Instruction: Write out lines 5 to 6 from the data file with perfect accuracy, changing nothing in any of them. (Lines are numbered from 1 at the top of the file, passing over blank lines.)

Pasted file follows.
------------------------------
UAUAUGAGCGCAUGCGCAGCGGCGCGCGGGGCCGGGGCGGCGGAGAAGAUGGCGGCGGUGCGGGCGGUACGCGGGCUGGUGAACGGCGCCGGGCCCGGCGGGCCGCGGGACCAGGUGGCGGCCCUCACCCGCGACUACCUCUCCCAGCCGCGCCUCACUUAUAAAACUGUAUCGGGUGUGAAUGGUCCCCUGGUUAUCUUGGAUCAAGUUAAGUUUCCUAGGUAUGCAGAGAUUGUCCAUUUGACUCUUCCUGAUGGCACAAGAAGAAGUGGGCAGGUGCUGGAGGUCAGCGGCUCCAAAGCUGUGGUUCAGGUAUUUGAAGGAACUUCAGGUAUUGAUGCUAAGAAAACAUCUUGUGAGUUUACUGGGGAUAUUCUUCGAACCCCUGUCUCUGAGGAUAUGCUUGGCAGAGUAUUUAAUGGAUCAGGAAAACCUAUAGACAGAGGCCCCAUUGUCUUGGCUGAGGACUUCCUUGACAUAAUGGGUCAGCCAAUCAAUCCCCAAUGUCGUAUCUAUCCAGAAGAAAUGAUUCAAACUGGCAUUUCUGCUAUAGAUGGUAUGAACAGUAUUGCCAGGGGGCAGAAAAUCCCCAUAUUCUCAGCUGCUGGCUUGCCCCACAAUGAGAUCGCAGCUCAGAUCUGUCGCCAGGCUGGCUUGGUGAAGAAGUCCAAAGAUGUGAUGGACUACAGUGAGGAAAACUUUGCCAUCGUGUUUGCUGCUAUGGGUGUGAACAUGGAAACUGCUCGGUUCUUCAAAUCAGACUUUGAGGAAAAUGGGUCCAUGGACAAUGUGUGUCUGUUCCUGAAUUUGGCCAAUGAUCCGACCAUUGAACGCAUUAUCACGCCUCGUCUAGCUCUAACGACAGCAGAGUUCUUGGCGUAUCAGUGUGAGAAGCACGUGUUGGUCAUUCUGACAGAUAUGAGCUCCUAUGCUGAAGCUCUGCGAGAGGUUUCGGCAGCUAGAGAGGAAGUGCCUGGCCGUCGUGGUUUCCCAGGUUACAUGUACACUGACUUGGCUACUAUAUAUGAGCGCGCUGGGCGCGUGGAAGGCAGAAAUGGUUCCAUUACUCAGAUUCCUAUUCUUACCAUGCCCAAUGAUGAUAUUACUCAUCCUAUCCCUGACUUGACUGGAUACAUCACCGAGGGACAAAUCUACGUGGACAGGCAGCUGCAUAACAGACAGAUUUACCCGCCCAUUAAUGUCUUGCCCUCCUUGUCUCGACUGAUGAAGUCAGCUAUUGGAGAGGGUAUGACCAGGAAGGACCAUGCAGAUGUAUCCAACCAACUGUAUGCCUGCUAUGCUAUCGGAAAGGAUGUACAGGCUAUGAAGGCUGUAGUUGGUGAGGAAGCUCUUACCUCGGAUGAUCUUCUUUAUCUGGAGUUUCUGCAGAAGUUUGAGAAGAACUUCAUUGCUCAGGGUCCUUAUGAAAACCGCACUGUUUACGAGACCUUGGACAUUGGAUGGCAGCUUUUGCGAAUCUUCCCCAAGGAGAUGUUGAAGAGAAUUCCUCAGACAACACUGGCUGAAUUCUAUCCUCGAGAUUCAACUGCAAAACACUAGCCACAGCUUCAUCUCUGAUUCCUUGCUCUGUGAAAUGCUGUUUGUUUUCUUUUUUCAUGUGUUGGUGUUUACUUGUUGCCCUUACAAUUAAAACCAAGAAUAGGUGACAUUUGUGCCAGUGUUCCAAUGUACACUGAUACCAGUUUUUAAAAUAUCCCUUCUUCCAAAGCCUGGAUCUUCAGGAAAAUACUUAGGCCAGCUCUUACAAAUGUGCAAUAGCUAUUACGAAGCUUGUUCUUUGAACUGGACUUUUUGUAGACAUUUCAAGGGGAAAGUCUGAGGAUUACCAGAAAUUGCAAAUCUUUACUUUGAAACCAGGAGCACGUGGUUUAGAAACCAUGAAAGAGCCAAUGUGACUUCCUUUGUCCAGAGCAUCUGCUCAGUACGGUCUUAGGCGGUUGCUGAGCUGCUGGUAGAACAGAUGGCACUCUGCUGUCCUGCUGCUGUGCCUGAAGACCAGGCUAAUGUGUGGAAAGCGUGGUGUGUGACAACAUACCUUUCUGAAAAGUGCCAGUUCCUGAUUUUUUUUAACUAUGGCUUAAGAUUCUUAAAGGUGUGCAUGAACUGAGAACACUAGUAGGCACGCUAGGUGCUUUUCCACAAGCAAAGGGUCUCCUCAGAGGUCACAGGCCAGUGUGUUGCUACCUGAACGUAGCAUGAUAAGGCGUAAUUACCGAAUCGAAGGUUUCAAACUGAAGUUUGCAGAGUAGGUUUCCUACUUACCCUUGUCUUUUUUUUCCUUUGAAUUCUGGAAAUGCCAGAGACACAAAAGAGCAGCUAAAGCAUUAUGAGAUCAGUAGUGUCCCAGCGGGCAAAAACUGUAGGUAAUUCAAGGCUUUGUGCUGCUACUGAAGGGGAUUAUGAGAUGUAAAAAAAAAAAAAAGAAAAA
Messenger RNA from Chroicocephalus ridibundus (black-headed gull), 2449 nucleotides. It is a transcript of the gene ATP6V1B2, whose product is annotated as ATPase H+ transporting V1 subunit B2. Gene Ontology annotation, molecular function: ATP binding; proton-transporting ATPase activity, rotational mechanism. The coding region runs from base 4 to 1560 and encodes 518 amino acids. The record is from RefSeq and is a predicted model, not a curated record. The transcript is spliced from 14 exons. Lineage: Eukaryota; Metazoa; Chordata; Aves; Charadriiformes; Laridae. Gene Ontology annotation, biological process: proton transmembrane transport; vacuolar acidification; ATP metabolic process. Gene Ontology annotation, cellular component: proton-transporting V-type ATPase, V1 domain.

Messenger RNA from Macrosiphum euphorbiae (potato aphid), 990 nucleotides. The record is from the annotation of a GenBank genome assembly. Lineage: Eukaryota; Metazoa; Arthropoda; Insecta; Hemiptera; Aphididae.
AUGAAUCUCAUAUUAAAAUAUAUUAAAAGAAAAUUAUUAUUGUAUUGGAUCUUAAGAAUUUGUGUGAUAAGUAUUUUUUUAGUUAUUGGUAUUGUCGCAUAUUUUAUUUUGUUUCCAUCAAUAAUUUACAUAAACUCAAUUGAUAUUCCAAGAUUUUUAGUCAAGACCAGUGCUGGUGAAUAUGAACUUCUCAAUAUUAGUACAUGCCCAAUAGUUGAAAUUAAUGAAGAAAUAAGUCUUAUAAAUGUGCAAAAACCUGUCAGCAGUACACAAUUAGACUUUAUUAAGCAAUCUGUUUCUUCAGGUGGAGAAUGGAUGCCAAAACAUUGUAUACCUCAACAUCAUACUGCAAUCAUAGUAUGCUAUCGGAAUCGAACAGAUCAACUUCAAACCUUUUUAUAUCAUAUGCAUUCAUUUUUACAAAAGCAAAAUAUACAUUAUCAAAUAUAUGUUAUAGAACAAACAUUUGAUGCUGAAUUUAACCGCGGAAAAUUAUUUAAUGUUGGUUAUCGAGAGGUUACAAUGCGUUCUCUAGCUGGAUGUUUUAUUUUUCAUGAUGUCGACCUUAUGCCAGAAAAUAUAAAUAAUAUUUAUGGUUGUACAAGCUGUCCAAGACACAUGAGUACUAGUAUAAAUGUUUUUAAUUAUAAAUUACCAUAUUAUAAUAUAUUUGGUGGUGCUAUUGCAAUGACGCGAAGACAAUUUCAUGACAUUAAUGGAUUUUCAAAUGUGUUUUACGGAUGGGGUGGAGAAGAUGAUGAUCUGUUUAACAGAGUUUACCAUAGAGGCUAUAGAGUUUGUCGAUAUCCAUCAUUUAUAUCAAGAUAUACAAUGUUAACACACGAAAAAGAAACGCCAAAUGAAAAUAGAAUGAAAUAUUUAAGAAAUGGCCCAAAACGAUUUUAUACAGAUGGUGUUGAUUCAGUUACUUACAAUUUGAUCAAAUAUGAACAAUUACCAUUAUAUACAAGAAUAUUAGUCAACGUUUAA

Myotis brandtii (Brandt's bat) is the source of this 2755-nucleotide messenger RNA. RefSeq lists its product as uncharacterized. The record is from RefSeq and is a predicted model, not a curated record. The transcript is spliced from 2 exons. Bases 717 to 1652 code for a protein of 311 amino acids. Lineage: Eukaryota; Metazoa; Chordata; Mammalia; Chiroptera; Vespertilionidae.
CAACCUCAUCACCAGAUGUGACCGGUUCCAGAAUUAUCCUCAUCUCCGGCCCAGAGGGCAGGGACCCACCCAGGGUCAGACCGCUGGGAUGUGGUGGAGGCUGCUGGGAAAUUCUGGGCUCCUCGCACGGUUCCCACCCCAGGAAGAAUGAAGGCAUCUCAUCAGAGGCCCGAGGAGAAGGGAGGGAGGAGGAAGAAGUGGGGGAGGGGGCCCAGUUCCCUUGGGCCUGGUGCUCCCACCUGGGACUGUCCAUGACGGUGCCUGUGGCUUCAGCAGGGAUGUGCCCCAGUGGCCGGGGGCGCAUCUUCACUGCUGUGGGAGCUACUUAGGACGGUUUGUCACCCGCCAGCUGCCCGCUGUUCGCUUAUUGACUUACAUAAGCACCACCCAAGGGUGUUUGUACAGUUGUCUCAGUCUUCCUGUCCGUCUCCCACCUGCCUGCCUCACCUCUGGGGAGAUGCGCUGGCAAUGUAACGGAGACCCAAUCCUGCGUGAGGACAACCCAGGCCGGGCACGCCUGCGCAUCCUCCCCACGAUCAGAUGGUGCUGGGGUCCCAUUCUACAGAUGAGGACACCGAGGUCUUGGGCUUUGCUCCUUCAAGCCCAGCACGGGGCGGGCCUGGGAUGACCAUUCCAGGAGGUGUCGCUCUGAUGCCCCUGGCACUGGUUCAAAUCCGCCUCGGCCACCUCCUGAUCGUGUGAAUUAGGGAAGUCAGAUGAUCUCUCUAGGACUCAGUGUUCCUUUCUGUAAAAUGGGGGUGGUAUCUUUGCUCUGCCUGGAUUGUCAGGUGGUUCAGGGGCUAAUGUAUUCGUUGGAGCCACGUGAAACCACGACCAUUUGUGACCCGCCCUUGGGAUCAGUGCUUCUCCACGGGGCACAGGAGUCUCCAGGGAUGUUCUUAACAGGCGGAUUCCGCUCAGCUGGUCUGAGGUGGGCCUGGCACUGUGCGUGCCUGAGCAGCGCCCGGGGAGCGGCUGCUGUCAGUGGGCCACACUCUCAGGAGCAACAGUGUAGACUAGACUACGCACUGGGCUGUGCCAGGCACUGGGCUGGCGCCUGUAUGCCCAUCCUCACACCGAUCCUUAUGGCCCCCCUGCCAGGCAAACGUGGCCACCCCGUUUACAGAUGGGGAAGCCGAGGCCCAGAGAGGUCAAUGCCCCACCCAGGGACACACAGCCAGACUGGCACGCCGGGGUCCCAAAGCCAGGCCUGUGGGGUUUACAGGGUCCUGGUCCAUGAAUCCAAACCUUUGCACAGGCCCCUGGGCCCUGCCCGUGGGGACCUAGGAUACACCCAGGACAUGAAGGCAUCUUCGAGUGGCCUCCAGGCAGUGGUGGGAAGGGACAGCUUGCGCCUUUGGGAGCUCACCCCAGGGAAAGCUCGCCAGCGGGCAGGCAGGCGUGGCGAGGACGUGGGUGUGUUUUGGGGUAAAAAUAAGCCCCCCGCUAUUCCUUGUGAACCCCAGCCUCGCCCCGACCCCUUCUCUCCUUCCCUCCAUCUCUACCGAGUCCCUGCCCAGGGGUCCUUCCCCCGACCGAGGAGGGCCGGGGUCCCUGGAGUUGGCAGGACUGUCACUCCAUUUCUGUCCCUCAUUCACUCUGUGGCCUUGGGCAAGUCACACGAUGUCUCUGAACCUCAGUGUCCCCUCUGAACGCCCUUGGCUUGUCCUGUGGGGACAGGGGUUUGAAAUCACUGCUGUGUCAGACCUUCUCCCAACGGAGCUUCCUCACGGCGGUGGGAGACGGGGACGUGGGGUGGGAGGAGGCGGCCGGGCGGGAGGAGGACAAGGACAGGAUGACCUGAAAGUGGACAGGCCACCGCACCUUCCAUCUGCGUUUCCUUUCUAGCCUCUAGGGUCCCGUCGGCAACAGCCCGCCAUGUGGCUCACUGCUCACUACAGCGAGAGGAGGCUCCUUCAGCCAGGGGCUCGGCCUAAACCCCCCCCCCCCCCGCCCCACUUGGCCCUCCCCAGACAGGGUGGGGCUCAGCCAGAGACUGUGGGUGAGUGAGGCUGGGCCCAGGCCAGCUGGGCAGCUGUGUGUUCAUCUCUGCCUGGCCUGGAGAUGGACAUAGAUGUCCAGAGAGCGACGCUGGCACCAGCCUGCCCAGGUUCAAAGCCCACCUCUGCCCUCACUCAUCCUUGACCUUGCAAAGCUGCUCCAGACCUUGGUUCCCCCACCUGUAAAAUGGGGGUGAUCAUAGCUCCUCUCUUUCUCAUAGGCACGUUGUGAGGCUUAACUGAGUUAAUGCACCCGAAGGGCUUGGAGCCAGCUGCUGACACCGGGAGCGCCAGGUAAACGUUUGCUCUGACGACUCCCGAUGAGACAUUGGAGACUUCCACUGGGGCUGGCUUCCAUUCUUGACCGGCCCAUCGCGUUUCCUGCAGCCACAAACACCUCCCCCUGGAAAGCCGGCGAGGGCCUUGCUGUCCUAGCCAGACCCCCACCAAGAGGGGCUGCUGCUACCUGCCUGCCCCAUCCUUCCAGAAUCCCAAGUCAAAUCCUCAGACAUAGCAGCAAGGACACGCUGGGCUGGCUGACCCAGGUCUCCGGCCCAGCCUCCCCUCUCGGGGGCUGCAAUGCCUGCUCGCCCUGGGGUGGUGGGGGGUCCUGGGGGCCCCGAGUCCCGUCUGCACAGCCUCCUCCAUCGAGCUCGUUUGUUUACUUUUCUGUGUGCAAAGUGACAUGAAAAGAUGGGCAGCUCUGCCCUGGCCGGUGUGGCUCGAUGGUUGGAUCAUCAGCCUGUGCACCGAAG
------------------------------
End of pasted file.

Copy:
Myotis brandtii (Brandt's bat) is the source of this 2755-nucleotide messenger RNA. RefSeq lists its product as uncharacterized. The record is from RefSeq and is a predicted model, not a curated record. The transcript is spliced from 2 exons. Bases 717 to 1652 code for a protein of 311 amino acids. Lineage: Eukaryota; Metazoa; Chordata; Mammalia; Chiroptera; Vespertilionidae.
CAACCUCAUCACCAGAUGUGACCGGUUCCAGAAUUAUCCUCAUCUCCGGCCCAGAGGGCAGGGACCCACCCAGGGUCAGACCGCUGGGAUGUGGUGGAGGCUGCUGGGAAAUUCUGGGCUCCUCGCACGGUUCCCACCCCAGGAAGAAUGAAGGCAUCUCAUCAGAGGCCCGAGGAGAAGGGAGGGAGGAGGAAGAAGUGGGGGAGGGGGCCCAGUUCCCUUGGGCCUGGUGCUCCCACCUGGGACUGUCCAUGACGGUGCCUGUGGCUUCAGCAGGGAUGUGCCCCAGUGGCCGGGGGCGCAUCUUCACUGCUGUGGGAGCUACUUAGGACGGUUUGUCACCCGCCAGCUGCCCGCUGUUCGCUUAUUGACUUACAUAAGCACCACCCAAGGGUGUUUGUACAGUUGUCUCAGUCUUCCUGUCCGUCUCCCACCUGCCUGCCUCACCUCUGGGGAGAUGCGCUGGCAAUGUAACGGAGACCCAAUCCUGCGUGAGGACAACCCAGGCCGGGCACGCCUGCGCAUCCUCCCCACGAUCAGAUGGUGCUGGGGUCCCAUUCUACAGAUGAGGACACCGAGGUCUUGGGCUUUGCUCCUUCAAGCCCAGCACGGGGCGGGCCUGGGAUGACCAUUCCAGGAGGUGUCGCUCUGAUGCCCCUGGCACUGGUUCAAAUCCGCCUCGGCCACCUCCUGAUCGUGUGAAUUAGGGAAGUCAGAUGAUCUCUCUAGGACUCAGUGUUCCUUUCUGUAAAAUGGGGGUGGUAUCUUUGCUCUGCCUGGAUUGUCAGGUGGUUCAGGGGCUAAUGUAUUCGUUGGAGCCACGUGAAACCACGACCAUUUGUGACCCGCCCUUGGGAUCAGUGCUUCUCCACGGGGCACAGGAGUCUCCAGGGAUGUUCUUAACAGGCGGAUUCCGCUCAGCUGGUCUGAGGUGGGCCUGGCACUGUGCGUGCCUGAGCAGCGCCCGGGGAGCGGCUGCUGUCAGUGGGCCACACUCUCAGGAGCAACAGUGUAGACUAGACUACGCACUGGGCUGUGCCAGGCACUGGGCUGGCGCCUGUAUGCCCAUCCUCACACCGAUCCUUAUGGCCCCCCUGCCAGGCAAACGUGGCCACCCCGUUUACAGAUGGGGAAGCCGAGGCCCAGAGAGGUCAAUGCCCCACCCAGGGACACACAGCCAGACUGGCACGCCGGGGUCCCAAAGCCAGGCCUGUGGGGUUUACAGGGUCCUGGUCCAUGAAUCCAAACCUUUGCACAGGCCCCUGGGCCCUGCCCGUGGGGACCUAGGAUACACCCAGGACAUGAAGGCAUCUUCGAGUGGCCUCCAGGCAGUGGUGGGAAGGGACAGCUUGCGCCUUUGGGAGCUCACCCCAGGGAAAGCUCGCCAGCGGGCAGGCAGGCGUGGCGAGGACGUGGGUGUGUUUUGGGGUAAAAAUAAGCCCCCCGCUAUUCCUUGUGAACCCCAGCCUCGCCCCGACCCCUUCUCUCCUUCCCUCCAUCUCUACCGAGUCCCUGCCCAGGGGUCCUUCCCCCGACCGAGGAGGGCCGGGGUCCCUGGAGUUGGCAGGACUGUCACUCCAUUUCUGUCCCUCAUUCACUCUGUGGCCUUGGGCAAGUCACACGAUGUCUCUGAACCUCAGUGUCCCCUCUGAACGCCCUUGGCUUGUCCUGUGGGGACAGGGGUUUGAAAUCACUGCUGUGUCAGACCUUCUCCCAACGGAGCUUCCUCACGGCGGUGGGAGACGGGGACGUGGGGUGGGAGGAGGCGGCCGGGCGGGAGGAGGACAAGGACAGGAUGACCUGAAAGUGGACAGGCCACCGCACCUUCCAUCUGCGUUUCCUUUCUAGCCUCUAGGGUCCCGUCGGCAACAGCCCGCCAUGUGGCUCACUGCUCACUACAGCGAGAGGAGGCUCCUUCAGCCAGGGGCUCGGCCUAAACCCCCCCCCCCCCCGCCCCACUUGGCCCUCCCCAGACAGGGUGGGGCUCAGCCAGAGACUGUGGGUGAGUGAGGCUGGGCCCAGGCCAGCUGGGCAGCUGUGUGUUCAUCUCUGCCUGGCCUGGAGAUGGACAUAGAUGUCCAGAGAGCGACGCUGGCACCAGCCUGCCCAGGUUCAAAGCCCACCUCUGCCCUCACUCAUCCUUGACCUUGCAAAGCUGCUCCAGACCUUGGUUCCCCCACCUGUAAAAUGGGGGUGAUCAUAGCUCCUCUCUUUCUCAUAGGCACGUUGUGAGGCUUAACUGAGUUAAUGCACCCGAAGGGCUUGGAGCCAGCUGCUGACACCGGGAGCGCCAGGUAAACGUUUGCUCUGACGACUCCCGAUGAGACAUUGGAGACUUCCACUGGGGCUGGCUUCCAUUCUUGACCGGCCCAUCGCGUUUCCUGCAGCCACAAACACCUCCCCCUGGAAAGCCGGCGAGGGCCUUGCUGUCCUAGCCAGACCCCCACCAAGAGGGGCUGCUGCUACCUGCCUGCCCCAUCCUUCCAGAAUCCCAAGUCAAAUCCUCAGACAUAGCAGCAAGGACACGCUGGGCUGGCUGACCCAGGUCUCCGGCCCAGCCUCCCCUCUCGGGGGCUGCAAUGCCUGCUCGCCCUGGGGUGGUGGGGGGUCCUGGGGGCCCCGAGUCCCGUCUGCACAGCCUCCUCCAUCGAGCUCGUUUGUUUACUUUUCUGUGUGCAAAGUGACAUGAAAAGAUGGGCAGCUCUGCCCUGGCCGGUGUGGCUCGAUGGUUGGAUCAUCAGCCUGUGCACCGAAG